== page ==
By: Keith BrekhusJul. 11th, 2013
Despite the familiar media refrain that Chicago is the nation’s murder capital, the “windy city” does not even qualify as one of the nation’s top 25 most dangerous cities for homicide. Yes, in sheer numbers Chicago leads the nation’s cities in murders, but its per capita murder rate is lower than forty other cities with populations above 40,000 residents. In 2011, the last year where records have been tabulated to compare cities, according to FBI statistics, Chicago, with a per capita murder rate of 15.9/per 100,000 residents, ranked behind over three dozen other American cities.
In 2011, the city’s murder rate was less than half that of the cities of New Orleans (57.6/per 100,00), Detroit (48.2) and St. Louis (35.3). Chicago’s homicide rate was also lower than such unremarkable cities as Ft. Myers, FL (31.7) Pine Bluff, AR (24.3), Dayton, OH (23.3) Rocky Mount, NC (20.6), Gulfport, MS (17.6) and Harrisburg, PA (16.1). Although Chicago has a reputation for being a deadly city, a resident’s odds of being murdered there in a given year are about 1 in 6250. By comparison, a New Orleans resident has roughly a 1 in 1750 chance of being killed in a homicide over a twelve month period. Thus, a New Orleans resident is more than three times as likely to become a murder victim in his hometown than a resident of Chicago.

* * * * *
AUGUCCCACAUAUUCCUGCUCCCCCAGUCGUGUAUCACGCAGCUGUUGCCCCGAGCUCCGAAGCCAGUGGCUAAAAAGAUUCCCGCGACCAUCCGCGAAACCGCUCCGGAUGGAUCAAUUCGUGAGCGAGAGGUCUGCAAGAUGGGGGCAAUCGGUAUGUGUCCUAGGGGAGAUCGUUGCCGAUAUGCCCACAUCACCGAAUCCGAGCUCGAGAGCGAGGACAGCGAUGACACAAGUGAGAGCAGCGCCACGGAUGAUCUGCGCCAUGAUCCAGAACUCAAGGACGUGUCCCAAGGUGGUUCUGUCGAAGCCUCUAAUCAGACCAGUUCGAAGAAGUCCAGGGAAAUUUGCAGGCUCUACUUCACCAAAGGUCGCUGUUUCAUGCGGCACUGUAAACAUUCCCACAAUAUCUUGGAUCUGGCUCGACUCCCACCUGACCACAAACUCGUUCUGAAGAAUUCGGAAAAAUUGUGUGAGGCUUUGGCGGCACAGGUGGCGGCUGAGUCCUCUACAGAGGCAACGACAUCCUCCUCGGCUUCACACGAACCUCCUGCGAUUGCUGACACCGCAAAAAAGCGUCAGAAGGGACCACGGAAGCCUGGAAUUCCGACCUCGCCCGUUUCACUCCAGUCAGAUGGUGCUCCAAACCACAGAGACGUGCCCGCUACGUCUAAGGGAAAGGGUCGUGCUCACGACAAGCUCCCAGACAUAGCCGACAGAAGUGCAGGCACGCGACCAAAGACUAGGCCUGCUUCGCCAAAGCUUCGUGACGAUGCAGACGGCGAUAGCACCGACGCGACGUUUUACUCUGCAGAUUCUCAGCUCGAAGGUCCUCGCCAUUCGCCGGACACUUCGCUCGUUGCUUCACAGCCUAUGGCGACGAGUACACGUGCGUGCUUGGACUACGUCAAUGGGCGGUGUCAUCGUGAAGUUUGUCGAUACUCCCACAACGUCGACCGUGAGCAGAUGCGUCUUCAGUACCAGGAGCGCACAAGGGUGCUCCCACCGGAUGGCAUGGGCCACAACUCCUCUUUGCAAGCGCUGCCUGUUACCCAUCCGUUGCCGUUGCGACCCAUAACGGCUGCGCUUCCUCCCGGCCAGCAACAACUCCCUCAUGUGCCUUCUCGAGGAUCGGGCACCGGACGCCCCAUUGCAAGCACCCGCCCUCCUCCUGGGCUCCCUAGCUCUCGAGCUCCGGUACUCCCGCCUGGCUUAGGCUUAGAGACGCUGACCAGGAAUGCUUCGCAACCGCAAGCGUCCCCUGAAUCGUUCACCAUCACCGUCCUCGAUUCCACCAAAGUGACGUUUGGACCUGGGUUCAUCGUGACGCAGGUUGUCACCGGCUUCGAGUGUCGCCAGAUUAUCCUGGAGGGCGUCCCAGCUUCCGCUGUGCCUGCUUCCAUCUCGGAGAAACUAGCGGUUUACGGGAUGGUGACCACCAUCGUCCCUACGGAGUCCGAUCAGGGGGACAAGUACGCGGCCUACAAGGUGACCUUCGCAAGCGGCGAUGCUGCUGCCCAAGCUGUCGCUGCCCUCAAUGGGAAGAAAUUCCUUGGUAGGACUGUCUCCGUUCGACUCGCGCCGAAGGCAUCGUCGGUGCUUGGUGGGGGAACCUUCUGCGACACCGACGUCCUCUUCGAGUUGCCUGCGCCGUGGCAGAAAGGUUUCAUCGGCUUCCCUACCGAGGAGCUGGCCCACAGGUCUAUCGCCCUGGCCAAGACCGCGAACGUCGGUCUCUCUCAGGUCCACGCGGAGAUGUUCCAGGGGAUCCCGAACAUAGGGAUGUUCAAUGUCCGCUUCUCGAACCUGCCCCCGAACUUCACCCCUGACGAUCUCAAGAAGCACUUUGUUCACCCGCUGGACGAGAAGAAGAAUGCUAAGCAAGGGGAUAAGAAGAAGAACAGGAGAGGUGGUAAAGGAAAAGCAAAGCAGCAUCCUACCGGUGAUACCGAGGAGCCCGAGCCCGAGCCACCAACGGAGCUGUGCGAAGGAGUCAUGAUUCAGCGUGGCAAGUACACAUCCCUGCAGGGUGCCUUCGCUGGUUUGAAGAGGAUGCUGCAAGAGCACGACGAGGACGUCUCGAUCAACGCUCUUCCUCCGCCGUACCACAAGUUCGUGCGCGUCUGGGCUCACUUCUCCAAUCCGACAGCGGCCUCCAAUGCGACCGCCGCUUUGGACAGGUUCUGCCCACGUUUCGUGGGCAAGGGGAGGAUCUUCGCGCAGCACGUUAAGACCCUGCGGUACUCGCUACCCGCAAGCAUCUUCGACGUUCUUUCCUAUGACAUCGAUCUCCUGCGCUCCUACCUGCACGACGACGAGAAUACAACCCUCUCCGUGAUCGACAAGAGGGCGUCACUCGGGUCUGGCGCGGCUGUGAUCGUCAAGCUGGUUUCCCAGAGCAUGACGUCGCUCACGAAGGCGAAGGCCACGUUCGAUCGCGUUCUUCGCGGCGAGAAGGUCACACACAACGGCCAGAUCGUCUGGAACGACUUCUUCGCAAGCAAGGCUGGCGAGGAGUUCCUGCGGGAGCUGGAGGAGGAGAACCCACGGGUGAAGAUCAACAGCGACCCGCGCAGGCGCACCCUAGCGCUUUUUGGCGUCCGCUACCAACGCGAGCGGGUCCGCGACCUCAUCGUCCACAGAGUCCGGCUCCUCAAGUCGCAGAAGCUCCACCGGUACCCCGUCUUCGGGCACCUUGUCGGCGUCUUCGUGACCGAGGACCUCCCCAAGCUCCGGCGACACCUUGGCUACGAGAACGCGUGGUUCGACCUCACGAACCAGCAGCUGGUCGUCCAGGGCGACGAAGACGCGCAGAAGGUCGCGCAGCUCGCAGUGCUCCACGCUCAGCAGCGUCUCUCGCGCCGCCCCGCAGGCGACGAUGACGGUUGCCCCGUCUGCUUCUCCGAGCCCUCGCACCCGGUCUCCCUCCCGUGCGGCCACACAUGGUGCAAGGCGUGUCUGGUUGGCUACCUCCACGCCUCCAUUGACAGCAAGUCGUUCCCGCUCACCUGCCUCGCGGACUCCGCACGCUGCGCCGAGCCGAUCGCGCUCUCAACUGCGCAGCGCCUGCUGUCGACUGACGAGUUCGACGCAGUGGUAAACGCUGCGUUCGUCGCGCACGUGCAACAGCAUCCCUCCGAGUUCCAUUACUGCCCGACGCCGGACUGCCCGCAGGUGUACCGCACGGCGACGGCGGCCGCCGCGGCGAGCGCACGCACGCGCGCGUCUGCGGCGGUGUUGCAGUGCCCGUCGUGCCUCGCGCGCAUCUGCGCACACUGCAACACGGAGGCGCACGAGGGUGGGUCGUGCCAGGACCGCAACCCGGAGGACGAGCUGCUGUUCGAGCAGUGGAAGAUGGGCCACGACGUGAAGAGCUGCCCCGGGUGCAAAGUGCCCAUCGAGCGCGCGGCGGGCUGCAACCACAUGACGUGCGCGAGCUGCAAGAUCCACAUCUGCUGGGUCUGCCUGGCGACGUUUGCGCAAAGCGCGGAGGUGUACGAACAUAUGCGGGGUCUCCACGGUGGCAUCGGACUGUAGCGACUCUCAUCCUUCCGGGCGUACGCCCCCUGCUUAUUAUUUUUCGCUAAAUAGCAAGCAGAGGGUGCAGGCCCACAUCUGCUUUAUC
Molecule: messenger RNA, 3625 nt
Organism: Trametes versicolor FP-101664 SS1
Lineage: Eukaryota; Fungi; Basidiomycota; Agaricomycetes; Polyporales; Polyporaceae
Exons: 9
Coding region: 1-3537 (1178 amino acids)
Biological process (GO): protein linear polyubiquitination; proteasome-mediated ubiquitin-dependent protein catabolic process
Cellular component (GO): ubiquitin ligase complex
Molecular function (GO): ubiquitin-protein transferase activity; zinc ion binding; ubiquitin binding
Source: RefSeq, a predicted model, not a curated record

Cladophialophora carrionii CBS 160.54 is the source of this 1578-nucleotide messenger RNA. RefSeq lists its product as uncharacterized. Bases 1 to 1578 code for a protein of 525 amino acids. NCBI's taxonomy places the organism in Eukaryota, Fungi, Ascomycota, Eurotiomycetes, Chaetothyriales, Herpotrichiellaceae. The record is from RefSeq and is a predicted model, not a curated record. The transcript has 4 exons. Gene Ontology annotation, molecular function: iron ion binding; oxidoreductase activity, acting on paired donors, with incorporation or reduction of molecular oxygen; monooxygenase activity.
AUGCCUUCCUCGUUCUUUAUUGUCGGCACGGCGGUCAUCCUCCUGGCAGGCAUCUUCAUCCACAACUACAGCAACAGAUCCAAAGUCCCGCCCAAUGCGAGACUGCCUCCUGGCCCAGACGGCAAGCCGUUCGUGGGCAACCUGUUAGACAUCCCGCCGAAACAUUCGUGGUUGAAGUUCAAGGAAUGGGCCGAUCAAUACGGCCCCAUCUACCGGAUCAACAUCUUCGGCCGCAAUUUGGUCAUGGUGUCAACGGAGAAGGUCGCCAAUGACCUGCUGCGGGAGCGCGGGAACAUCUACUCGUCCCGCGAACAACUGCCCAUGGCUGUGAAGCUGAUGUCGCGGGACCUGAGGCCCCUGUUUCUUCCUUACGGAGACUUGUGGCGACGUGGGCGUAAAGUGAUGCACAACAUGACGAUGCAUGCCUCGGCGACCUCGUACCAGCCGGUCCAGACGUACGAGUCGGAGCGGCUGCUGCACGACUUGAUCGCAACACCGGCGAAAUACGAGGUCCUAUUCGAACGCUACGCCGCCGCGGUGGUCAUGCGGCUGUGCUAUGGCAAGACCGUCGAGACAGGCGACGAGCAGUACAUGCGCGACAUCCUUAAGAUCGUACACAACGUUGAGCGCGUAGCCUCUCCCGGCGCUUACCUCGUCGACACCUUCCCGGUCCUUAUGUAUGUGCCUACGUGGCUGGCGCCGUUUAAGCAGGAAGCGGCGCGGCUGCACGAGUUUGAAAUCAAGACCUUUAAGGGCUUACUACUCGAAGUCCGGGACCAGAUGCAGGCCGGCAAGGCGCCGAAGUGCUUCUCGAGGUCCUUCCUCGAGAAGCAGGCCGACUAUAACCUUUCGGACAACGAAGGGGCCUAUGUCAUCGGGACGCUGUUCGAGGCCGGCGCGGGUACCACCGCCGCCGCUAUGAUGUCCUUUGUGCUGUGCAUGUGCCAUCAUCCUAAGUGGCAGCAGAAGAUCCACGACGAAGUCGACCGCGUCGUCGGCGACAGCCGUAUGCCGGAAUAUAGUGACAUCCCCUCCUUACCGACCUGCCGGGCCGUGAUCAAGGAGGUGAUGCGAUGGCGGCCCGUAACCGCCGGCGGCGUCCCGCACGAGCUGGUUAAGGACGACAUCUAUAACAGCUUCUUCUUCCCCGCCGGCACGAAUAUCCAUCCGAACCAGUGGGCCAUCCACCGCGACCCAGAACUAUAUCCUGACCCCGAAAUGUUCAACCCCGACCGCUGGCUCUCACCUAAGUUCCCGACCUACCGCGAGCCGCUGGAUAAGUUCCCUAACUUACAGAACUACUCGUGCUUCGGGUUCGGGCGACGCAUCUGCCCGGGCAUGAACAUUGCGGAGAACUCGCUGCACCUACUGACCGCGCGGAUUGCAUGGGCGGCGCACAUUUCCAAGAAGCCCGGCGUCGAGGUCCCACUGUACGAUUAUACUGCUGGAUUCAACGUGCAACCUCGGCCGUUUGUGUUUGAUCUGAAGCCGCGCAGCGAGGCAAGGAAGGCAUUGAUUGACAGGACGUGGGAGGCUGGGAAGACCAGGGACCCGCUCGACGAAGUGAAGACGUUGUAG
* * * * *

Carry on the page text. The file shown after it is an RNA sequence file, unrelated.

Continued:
Gun control opponents have often seized on Chicago as their example to “prove” that gun control is a total failure, by repeating the false claim that it has the nation’s highest murder rate. While Chicago is indeed a relatively violent city, the fact that it ranks behind a number of other cities with more relaxed gun laws, at least calls into question the logic of that argument. In addition, it should be noted that Chicago’s record year for homicides was 1974 when they had 970 murders, well above the total of 506 recorded last year.